Every metric is a norm [closed]

Hi there.

Normed structures, and notably normed groups, valuated rings, normed (vector) spaces (over a valuated field), and normed algebras among the others, are familiarly considered as sort of special metric spaces. Thus, according to the common standpoint, one would say that "metrics are on a higher step than norms on the hierarchy ladder of abstraction" (basically for the fact that we have a way to equip them with a "seemingly natural" metric but no "seemingly natural" way to think of an arbitrary metric space as a normed structure), and I was actually taught to think of it in this mood. But now, I'm really wondering if there exists previous work providing a (completely) different outlook, or at least suggesting that the "truth" may be somewhere else in the other view. Of course, I've already looked through Lawvere's well-known paper on metric spaces and generalized logic, but no hints seem to be there to the picture that I'm trying to draw. Then, my question is:

Are you aware of any previous literature pursuing the idea that metrics can be ultimately regarded as a special kind of "norms", to the degree that metric spaces can be recovered as an instance of abstract normed structures of some appropriate type (where the word type has, say, the formal meaning of model theory)?

I've no clue how to tag this question. I was thinking of "total temporary insanity", but I couldn't find it in the list.

P.S.: this is an edit following up the comments below (where the interested reader can find some references to the ubiquitous presence of norms beyond the scope of the theory of Banach spaces).

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I don't see any real question here. Norms are only defined on vector spaces, and not all metrics on vector spaces come from norms. I suppose you wish to make some heuristics in the opposite direction. You could try to formulate a precise question at least related to your goals so that a wider range of people could try to help. – Fernando Muro May 26 2012 at 8:44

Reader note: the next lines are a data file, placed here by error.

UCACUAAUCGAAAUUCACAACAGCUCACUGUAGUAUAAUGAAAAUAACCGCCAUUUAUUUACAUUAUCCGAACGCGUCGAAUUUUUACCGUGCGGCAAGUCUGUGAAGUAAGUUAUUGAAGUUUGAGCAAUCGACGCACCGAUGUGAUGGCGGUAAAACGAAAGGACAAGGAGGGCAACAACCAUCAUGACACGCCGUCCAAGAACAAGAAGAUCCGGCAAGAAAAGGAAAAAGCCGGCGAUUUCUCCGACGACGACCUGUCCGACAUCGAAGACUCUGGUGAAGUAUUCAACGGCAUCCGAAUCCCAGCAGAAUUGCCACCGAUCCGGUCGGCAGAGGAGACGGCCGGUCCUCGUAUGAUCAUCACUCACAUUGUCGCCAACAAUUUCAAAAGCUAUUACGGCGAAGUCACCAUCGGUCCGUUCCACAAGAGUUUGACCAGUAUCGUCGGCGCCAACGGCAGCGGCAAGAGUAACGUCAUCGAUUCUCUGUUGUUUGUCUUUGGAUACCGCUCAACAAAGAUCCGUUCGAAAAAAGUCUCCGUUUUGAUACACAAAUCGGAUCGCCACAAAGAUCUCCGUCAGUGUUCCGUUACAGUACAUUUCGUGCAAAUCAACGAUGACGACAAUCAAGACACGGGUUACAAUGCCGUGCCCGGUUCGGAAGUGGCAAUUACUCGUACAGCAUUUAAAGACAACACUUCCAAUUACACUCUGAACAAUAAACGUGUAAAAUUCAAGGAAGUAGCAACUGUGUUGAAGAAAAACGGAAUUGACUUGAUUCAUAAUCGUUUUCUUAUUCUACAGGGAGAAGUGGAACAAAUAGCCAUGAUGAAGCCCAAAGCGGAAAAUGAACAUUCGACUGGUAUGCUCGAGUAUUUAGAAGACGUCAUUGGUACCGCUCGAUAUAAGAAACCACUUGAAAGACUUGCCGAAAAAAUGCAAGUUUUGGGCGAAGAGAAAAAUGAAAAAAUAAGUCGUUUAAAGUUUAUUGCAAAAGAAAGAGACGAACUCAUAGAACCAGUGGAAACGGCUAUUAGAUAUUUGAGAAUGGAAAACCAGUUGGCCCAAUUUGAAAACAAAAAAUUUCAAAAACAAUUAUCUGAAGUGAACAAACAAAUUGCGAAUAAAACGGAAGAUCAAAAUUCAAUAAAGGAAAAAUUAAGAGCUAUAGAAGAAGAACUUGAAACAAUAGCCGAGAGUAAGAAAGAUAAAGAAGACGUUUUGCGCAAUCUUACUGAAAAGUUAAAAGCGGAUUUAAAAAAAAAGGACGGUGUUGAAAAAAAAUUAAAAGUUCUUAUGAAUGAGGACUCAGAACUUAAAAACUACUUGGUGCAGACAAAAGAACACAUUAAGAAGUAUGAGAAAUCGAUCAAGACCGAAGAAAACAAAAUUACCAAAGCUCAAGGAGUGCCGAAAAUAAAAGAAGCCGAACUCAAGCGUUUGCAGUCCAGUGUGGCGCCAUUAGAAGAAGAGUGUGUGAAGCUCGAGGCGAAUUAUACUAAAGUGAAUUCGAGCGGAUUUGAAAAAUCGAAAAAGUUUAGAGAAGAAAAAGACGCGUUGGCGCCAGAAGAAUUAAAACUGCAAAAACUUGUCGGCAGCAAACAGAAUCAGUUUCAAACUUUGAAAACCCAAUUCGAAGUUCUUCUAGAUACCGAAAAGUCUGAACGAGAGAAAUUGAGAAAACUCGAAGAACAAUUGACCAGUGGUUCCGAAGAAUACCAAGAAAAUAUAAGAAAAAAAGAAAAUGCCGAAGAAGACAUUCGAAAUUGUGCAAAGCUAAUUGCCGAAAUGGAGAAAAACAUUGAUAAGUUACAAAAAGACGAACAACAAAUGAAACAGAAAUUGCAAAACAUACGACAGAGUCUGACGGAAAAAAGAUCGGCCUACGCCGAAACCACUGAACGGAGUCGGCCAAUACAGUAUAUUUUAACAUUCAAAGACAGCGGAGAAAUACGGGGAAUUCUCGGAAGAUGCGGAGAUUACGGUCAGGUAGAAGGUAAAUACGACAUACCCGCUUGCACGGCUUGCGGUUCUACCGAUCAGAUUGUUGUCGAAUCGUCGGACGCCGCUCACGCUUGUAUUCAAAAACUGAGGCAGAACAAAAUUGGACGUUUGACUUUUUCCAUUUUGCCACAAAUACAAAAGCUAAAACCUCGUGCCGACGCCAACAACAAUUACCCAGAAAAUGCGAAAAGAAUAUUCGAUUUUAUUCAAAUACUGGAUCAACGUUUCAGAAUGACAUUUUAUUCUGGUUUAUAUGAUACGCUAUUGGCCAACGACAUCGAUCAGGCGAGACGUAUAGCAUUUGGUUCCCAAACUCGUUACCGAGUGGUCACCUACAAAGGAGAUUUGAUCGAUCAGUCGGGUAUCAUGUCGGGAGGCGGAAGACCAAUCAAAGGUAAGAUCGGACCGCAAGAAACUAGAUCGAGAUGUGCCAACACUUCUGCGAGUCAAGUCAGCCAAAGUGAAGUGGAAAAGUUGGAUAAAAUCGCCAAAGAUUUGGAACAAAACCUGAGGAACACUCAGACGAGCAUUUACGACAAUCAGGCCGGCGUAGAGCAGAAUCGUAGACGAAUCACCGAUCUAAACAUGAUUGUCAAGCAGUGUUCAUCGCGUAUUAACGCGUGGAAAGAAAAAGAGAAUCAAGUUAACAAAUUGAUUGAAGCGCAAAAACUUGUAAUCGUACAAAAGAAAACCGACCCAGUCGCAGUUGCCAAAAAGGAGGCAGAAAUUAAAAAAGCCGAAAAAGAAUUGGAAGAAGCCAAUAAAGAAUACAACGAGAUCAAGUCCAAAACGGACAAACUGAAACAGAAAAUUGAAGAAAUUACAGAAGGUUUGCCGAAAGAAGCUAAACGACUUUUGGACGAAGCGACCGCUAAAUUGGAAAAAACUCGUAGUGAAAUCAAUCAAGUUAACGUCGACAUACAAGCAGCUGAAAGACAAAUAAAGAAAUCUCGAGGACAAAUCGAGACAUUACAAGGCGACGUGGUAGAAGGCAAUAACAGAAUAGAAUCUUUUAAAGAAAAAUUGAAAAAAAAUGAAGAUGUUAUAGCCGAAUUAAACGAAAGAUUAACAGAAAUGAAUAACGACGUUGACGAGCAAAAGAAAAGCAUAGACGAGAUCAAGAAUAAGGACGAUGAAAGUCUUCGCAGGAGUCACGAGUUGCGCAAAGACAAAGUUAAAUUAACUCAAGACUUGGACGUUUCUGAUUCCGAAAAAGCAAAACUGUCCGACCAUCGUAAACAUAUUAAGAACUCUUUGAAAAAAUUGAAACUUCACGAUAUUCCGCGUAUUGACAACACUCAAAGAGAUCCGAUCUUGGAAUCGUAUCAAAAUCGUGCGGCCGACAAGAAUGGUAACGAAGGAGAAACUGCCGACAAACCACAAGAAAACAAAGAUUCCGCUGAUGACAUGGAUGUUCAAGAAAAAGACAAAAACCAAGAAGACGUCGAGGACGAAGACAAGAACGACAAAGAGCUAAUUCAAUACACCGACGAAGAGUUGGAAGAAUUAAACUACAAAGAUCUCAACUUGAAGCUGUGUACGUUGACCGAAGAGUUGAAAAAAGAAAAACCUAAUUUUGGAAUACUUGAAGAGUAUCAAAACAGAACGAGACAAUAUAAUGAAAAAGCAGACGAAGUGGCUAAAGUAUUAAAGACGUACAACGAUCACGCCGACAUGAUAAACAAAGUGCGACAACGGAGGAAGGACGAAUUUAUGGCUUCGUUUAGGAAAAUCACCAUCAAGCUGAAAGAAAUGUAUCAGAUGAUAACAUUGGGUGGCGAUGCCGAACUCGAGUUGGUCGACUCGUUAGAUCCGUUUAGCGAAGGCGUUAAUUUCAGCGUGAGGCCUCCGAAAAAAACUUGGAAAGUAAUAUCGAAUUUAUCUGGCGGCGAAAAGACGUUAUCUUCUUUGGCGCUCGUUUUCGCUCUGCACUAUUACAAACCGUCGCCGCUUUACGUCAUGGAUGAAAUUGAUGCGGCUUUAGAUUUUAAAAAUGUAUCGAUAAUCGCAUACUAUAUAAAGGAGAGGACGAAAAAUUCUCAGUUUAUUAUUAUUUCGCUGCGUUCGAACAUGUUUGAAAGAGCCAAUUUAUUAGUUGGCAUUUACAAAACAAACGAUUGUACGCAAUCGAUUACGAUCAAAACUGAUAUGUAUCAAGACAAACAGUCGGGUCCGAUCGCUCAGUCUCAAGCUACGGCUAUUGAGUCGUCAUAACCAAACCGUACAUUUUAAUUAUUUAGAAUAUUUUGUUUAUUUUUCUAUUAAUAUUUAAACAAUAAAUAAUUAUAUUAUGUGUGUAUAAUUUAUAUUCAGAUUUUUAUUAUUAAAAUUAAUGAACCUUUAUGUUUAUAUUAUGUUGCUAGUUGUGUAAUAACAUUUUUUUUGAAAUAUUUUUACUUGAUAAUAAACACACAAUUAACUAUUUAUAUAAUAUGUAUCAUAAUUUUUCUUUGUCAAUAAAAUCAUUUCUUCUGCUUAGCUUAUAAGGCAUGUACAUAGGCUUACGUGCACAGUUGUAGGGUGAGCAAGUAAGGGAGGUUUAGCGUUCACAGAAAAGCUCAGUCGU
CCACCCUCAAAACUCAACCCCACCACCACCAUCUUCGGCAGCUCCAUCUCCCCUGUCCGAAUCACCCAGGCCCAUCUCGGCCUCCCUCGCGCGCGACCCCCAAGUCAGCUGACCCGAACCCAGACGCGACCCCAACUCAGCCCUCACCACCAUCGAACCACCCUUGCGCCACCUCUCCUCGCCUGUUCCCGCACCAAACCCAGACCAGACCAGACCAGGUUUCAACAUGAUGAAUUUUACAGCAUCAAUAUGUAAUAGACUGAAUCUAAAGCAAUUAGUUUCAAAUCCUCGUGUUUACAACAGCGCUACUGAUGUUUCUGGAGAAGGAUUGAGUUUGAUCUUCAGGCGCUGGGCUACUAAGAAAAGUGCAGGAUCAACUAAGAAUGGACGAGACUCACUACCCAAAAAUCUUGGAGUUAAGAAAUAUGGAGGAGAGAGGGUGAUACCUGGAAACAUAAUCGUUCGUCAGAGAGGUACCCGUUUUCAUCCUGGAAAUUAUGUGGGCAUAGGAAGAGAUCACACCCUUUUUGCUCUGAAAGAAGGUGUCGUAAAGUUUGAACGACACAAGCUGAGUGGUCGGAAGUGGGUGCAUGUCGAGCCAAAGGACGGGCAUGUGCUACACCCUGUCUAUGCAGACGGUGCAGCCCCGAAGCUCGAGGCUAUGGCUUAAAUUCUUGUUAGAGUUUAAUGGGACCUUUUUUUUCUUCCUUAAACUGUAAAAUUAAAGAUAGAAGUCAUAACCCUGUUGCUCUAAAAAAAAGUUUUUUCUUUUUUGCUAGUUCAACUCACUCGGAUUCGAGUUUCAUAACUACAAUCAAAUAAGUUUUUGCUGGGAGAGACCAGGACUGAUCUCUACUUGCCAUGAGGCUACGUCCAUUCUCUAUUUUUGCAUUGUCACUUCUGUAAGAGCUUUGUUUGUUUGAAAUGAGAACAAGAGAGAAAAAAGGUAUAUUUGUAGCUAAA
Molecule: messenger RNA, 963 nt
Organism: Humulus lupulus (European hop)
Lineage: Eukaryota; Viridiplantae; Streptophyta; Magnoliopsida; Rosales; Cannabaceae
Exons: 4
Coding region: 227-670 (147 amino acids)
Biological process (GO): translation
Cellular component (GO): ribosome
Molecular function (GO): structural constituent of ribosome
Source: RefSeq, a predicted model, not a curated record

Evvery metric space is isometric to a subset of a normed vector space. This is both standard and easy. – Laurent Berger May 26 2012 at 8:52
@Fernando. How do you happen to say that norms are only defined on vector spaces? M. Grandis has, e.g., a notion of norm for some additive categories, with applications in algebraic topology (see Categories, norms and weights, Journal of Homotopy and Related Structures, Vol. 2, No. 2, pp. 171-186, 2007). This has been further worked out by G.S.H. Cruttwell in his 2008 PhD thesis to study an analogue of the change of basis for enriched categories. Also, group norms have been studied for decades in relation to the geometrical theory of groups and Gromov's work in the subject. (tbc) – Salvo Tringali May 26 2012 at 9:18
Well, call me ignorant, but those are the norms I know, and it is the classical notion of norm I'd say most people know: en.wikipedia.org/wiki/Norm_(mathematics) If you wanted to consider some generalizations you could (actually, I think you should) have given some details within your question. – Fernando Muro May 26 2012 at 9:39
Vote to close as not a real question; with all the discussionn what is or is not a 'norm' I cannot see where this should be going. – quid May 26 2012 at 11:26